As described, under the method of manufacturing a semiconductor device according to the second embodiment, a semiconductor element is molded, and the tie bars 4 are cut. After the leads 3 have been plated, the package 2 is subjected to heat treatment (curing treatment). According to this manufacturing method, the package can be brought into a less constrained state. The stress arising in the package 2 at the time of molding can be reduced by means of heat treatment (post curing treatment) in a state in which the package 2 is subjected to fewer constraints. The package 2 can be cooled to room temperature in a less constrained state.

Accordingly, warpage of the package 2 can be reduced, thereby improving the flatness of leads of the package 2. A highly-reliable semiconductor device can be manufactured, and manufacturing yield of the semiconductor device can be improved.

In the second embodiment, after the tie bars 4 have been cut, the pinching cut sections 5 are cut before the package 2 is subjected to heat treatment. As a result, internal stress in the package 2 can be further diminished by means of heat treatment, and the package 2 can be cooled to room temperature in a less constrained state.

In the second embodiment, the temperature of heat treatment to which the package 2 is to be subjected after cutting of the tie bars 4 is set to 100 to 140 C., which is lower than that employed in the first embodiment. This enables prevention of oxidation of plated layers formed on the surfaces of the leads 3.

An LQFP, which is a package having a length per side of 24 mm, was actually manufactured according to the foregoing manufacturing method. Warpage in the thus-manufactured package was measured. Measurement results are provided in Table 2.

TABLE 2
MANUFACTURING WARPAGE (μm)
METHOD Max Ave Min
RELATED-ART 77 61 5
METHOD
SECOND 29 22 14
EMBODIMENT

As shown in Table 2, in the manufacturing method according to the second embodiment, warpage of the package 2 could be diminished significantly as compared with the related-art manufacturing method.

An LQFP having a length per side of 20 mm was also subjected to the same measurement. Even in this case, it was ascertained that warpage in the package could be diminished, as in the case of the LQFP having a length per side of 24 mm.

FIG. 10 is a graph showing a comparison between the package described in connection with the second embodiment and the related-art package, in terms of a rate of lead flatness failure. As shown in FIG. 10, a lead flatness failure rate of 7.3%, which has hitherto been obtained, could be reduced significantly to 0.1%.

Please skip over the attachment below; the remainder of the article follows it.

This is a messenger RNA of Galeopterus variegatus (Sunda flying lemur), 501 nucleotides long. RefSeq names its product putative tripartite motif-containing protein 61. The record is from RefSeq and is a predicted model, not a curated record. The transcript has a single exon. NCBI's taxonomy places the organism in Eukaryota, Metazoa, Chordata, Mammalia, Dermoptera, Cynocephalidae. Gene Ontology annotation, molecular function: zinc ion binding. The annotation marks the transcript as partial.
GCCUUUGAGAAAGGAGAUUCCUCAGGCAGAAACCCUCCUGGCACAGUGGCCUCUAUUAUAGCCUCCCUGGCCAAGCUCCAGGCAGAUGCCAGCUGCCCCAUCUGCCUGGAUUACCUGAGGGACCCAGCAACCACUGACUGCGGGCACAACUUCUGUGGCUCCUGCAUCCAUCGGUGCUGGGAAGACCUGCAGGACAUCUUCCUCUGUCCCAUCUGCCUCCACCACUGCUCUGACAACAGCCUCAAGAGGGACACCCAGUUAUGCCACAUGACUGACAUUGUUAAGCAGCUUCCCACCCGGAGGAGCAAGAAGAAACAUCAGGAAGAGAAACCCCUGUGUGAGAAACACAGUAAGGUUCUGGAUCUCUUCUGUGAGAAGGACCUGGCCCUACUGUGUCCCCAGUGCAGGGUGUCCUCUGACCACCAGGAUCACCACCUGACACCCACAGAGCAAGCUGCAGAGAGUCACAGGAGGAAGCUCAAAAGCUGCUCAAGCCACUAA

Accordingly, the manufacturing method according to the second embodiment enables a reduction in warpage of a package and manufacture of a semiconductor device which is superior in terms of flatness of leads.

In the second embodiment, the pinch cutting sections 5 are cut after cutting of the tie bars 4. However, the pinching cut sections 5 may be cut simultaneously with cutting of the tie bars 4.

This invention, when practiced illustratively in the manner described above, provides the following major effects:

The present invention enables a reduction in warpage of a package and manufacture of a semiconductor device which is superior in flatness of leads.

Further, the present invention is not limited to these embodiments, but variations and modifications may be made without departing from the scope of the present invention.

The entire disclosure of Japanese Patent Application No. 2001-293418 filed on Sep. 26, 2001 containing specification, claims, drawings and summary are incorporated herein by reference in its entirety.

Patent Citations
Cited PatentFiling datePublication dateApplicantTitle
US5776798 *Sep 4, 1996Jul 7, 1998Motorola, Inc.Semiconductor package and method thereof
US6194247 *Sep 23, 1998Feb 27, 2001Staktek Group L.P.Warp-resistent ultra-thin integrated circuit package fabrication method
US6399423 *Dec 12, 2000Jun 4, 2002Hitachi, LtdSemiconductor device an a method of manufacturing the same
JPH05206177A Title not available
JPH08250523A Title not available
Classifications
U.S. Classification438/123, 257/E21.502, 438/111, 438/12, 438/124
International ClassificationH01L23/50, H01L21/56, H01L21/48
Cooperative ClassificationH01L2924/181, H01L21/4842, H01L2224/97, H01L2224/48247, H01L24/97, H01L21/56, H01L2224/32245, H01L2224/45144
European ClassificationH01L21/56, H01L21/48C3M
Legal Events
DateCodeEventDescription
Sep 12, 2002ASAssignment
Owner name: MITSUBISHI DENKI KABUSHIKI KAISHA, JAPAN
Free format text: ASSIGNMENT OF ASSIGNORS INTEREST;ASSIGNORS:QIN, ZHIKANG;MORIGA, NAMIKI;REEL/FRAME:013296/0306
Effective date: 20020723
Jan 12, 2007FPAYFee payment
Year of fee payment: 4
Jan 5, 2011FPAYFee payment
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Mar 18, 2011ASAssignment
Owner name: RENESAS ELECTRONICS CORPORATION, JAPAN
Free format text: ASSIGNMENT OF ASSIGNORS INTEREST;ASSIGNOR:MITSUBISHI DENKI KABUSHIKI KAISHA;REEL/FRAME:025980/0219
Effective date: 20110307
Jan 14, 2015FPAYFee payment
Year of fee payment: 12